Monday, November 14, 2016

The Crystal Ball of History

Working backwards in time is the method by which family history is done.  The beginning of a life can be discovered only when the end is revealed.  The sunset of a life story is known before the dawn.  Terrible events and unpleasant endings to life are common; if only a researcher could travel back to an earlier time to warn the now dead, or even prevent the dangerous and harmful events that occurred in their lives.  Of course it can't be done.

Cornelius Flanagan
Cornelius Flannigan grew up in Brattleboro Vermont of Irish parentage.  In his 70th year he lived alone on a small island in the middle of the Connecticut River.  The island was connected to both the Vermont and New Hampshire shores by the Hinsdale Bridge, which was anchored halfway across at the island.  In the late winter of 1920 ice clogged the river, imperiling the stability of the bridge.

Cornelius spent a day in town, then headed home late that March evening.  A sheriff deputy saw him heading toward the bridge and home and warned him not to cross the bridge as it was being inched away from it's mooring by pressure from the ice.  At the bridge another sheriff announced the span would probably fail soon, and he must not cross.  Cornelius inspected the mooring carefully, then proceeded ahead.  Halfway across the unstable planks he changed his mind.  He ran back toward the shore as the bridge began to heave.  He never made it, and was carried to his death on the wrecked span under the surging ice jam.

After reading this in a 1920 newspaper, I found Cornelius on four or five census records beginning when he was a child of eleven.  I visualized his happy disposition and cherished spot as the only son in his family.  But I had already discovered his unpleasant, icy end, and in my mind the words, "don't cross that bridge!" jumped out of my brain.  I was as a gypsy fortune teller looking at his name on the page, able to predict his frozen demise.
Ice jam on the Winooski River, similar to the ice jam on the Connecticut River in 1920

Maurice Ferriter and Michael Griffin
Maurice Ferriter and Michael Griffin were two of scores of Irish children growing up in 1870 Brattleboro.  Irish parents did not have the luxury of showering attention on their children, so they were left to roam--the original 'free-range' children in today's parlance.  Fathers worked excessive hours on the railroad, in the slate quarry, or in one of the organ, chair, or peg factories clustered near the confluence of the Whetstone Brook and Connecticut River.  Mothers toiled ceaselessly to feed their families, launder, maintain their humble homes, and do piecework for the wealthier folks who lived uptown.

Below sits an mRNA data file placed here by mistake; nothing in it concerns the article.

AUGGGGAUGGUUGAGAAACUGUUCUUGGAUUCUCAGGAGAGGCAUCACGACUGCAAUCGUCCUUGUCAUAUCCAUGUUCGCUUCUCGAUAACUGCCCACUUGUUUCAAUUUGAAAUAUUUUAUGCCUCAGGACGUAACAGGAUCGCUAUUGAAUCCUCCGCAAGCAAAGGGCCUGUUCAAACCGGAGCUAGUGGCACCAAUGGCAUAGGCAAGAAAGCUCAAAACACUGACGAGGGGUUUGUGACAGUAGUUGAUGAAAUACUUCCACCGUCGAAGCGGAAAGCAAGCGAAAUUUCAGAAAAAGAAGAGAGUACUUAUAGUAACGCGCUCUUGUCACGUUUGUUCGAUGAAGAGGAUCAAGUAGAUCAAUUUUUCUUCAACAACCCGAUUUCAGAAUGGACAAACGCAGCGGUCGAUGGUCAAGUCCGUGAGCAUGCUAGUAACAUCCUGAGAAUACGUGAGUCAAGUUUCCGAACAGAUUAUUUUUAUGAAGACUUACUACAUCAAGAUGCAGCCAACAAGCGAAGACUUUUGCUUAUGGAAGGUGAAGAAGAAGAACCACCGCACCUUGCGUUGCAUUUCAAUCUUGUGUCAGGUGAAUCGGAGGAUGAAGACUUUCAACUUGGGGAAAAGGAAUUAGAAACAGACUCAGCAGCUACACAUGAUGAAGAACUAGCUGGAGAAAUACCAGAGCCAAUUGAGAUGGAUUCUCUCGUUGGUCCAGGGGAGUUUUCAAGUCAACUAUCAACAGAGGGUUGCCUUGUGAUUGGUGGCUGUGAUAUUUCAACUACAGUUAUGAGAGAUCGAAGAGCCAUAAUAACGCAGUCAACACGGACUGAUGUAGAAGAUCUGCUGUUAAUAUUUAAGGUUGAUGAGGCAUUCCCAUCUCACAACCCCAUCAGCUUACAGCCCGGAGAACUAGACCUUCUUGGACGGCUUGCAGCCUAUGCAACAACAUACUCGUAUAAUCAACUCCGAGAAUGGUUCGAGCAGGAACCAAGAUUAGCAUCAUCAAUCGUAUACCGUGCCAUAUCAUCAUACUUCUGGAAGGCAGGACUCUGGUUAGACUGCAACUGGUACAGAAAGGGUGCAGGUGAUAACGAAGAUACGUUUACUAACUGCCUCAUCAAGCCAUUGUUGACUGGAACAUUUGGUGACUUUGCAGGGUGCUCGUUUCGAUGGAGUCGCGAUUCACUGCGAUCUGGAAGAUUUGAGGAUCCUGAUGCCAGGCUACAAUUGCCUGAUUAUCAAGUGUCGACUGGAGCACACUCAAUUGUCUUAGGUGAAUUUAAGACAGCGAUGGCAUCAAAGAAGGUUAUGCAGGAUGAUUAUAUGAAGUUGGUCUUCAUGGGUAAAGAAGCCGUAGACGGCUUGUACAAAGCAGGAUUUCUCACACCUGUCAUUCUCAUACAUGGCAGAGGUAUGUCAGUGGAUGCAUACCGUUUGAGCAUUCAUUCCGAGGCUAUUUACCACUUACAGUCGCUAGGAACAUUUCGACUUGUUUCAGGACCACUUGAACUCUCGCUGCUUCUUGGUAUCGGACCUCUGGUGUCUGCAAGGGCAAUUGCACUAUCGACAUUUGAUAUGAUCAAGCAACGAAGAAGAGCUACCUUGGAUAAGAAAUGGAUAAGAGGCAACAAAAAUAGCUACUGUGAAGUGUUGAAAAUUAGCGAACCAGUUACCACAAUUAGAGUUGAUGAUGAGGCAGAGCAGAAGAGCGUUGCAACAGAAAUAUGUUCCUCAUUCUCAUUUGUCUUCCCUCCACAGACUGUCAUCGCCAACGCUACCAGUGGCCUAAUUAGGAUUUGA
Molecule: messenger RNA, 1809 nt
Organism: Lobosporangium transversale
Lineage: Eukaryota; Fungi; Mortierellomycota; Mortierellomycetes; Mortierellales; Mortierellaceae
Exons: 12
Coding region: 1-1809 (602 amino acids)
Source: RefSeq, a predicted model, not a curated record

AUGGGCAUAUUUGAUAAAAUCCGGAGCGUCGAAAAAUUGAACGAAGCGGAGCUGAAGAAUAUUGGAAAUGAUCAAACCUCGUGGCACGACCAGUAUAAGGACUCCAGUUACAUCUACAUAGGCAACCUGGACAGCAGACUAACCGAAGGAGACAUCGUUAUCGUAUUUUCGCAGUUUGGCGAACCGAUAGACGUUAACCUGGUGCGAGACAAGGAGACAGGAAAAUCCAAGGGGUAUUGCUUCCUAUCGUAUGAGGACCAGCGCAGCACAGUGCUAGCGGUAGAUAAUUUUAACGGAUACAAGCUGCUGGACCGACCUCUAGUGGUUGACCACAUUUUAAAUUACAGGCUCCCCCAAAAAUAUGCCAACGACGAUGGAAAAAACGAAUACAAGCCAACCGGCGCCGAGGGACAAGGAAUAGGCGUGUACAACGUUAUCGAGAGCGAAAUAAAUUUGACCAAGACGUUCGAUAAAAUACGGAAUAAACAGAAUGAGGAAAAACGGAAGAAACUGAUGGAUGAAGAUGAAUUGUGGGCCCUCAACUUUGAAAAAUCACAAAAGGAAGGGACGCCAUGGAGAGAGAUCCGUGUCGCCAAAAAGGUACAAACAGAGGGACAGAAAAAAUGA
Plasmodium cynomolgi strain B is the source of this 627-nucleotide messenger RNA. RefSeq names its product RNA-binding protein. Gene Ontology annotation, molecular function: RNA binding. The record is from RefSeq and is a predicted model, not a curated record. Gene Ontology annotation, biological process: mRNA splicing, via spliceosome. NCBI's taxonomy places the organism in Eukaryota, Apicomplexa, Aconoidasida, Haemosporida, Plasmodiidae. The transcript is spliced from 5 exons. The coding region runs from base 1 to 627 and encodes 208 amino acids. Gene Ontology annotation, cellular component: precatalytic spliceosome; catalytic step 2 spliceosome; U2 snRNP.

On a fall day in 1870 Maurice and Michael were part of a group of children out roaming the Irish patch (neighborhood).  In one of their homes Michael spied a rifle leaning upright in a corner of the room.  He picked it up and in jest, pointed it at Maurice and pretended to shoot.  The gun went off and where a rambunctious Maurice had stood was his heaped, bloody, whitening corpse.

Michael ran in panic from the horror and was found late that day hiding in the woods.  He couldn't be blamed for his impulsive, childish act, yet he was never right again.  Just weeks later he was killed in the train yard by a moving locomotive.

It's eerie then to discover this terrible accident, and then moving back in time, to see these two carefree boys enumerated with their families on the 1870 Census, and then to find their birth information.  In my mind's eye I could see them toddling around the kitchen, attending the town school, and enjoying the liberty granted to children back in the day.

These are two of countless instances of a warped kind of prescience that dogs me and other family historians when we dive into the records of the past. 

The train yard where Michael met his end.  Photo is later, circa 1900; gas house is on the left, depot in center.  Michael and Maurice lived in the distance (past the depot) to the right of the tracks.

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